SNES

Scientists in California send classic SNES EarthBound cartridge on odyssey into space【Video】

Beloved 16-bit game’s protagonist seemingly makes cameo appearance in the clouds of amazing video.

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Adapter released that allows SNES, PS1 systems, and more to run in HDMI

The future of the past is here!

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Nintendo releases official, free online PDF of EarthBound player’s guide for anyone to read

While you’re waiting for a SNES Classic, take a look at one of the best player’s guides of all time.

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Hardcore gamer refuses to let game save die, leaves his Super NES on for almost two decades

Umihara Kawase was released for the Super Famicom (Super NES in the west) in December, 1994, just over two decades ago. It was a popular game that has spawned a number of sequels for a variety of platforms and has won its fair share of fans, including many who loved the original cartridge game. Unfortunately, some cartridge games from the 90s featured a fatal flaw in their storage: the batteries keeping players’ saves alive eventually dies.

While most gamers finally give up and waved goodbye to their progress, lost to the ravages of time, one hardcore fan has refused to lose his save and has simply left his console plugged in and switched on for the last 20 years!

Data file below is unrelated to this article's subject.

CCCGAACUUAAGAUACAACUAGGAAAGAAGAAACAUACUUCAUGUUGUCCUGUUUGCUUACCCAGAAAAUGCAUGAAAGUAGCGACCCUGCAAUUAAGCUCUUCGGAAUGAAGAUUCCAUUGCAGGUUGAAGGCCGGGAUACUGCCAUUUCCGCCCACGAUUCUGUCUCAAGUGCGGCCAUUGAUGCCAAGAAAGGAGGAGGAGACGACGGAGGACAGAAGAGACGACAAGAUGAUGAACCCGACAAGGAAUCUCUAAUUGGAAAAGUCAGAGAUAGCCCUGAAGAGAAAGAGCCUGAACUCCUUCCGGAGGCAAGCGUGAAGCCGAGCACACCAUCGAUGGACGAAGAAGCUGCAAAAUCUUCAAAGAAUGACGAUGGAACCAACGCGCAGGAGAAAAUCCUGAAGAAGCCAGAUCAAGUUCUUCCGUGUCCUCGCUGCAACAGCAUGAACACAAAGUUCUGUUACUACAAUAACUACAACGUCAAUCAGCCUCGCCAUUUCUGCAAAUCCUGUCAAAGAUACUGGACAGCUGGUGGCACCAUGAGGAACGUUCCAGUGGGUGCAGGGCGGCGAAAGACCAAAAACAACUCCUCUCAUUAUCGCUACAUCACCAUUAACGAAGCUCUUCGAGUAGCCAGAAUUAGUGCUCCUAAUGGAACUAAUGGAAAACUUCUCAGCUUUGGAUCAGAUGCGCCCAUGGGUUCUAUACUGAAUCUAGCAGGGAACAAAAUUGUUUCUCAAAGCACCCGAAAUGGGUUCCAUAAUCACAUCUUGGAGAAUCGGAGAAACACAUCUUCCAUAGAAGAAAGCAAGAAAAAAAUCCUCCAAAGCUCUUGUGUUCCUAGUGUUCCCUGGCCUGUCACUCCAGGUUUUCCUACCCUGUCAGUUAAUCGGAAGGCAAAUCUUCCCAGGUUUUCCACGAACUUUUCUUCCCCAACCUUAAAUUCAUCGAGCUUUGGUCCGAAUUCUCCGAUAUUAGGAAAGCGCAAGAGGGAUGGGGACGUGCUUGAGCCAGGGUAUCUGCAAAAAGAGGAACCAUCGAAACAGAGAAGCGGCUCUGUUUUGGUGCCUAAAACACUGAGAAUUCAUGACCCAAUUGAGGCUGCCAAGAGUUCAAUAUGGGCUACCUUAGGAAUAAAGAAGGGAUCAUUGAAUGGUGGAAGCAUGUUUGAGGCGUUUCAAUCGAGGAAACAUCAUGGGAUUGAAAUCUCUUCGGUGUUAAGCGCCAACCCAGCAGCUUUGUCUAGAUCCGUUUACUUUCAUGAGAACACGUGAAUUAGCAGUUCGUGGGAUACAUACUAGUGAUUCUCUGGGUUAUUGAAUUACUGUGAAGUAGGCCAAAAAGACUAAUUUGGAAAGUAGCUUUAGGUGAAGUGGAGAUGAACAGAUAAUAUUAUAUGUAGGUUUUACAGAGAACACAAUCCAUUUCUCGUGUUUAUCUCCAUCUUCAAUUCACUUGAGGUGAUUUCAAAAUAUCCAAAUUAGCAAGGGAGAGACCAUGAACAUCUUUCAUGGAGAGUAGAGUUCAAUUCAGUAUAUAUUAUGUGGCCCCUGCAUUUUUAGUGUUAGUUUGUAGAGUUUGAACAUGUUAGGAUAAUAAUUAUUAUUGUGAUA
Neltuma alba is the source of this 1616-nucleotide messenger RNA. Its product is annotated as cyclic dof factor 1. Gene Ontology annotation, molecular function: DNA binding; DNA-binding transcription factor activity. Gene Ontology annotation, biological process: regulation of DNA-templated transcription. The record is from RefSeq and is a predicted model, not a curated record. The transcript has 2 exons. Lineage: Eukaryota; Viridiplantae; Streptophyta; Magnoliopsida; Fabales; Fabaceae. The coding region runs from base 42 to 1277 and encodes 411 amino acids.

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Someone made a fake Street Fighter II for Nintendo’s Virtual Boy, and it’s incredibly detailed

Street Fighter II, the classic fighting game, was released to huge acclaim in 1991 for arcades and was subsequently ported to the SNES and Mega Drive/Genesis systems among other platforms. However, it never appeared on Nintendo’s ill-fated Virtual Boy system – until now, that is!

Reports of a Street Fighter II clone simply titled “Hyper Fighting” have surfaced online, and the game is purported to be a perfect copy of Street Fighter II – albeit with a few added details – but on the Virtual Boy system. Join us after the jump for gameplay footage and some incredibly authentic-looking box art!

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Japanese gamers share their most memorable Mario Kart moments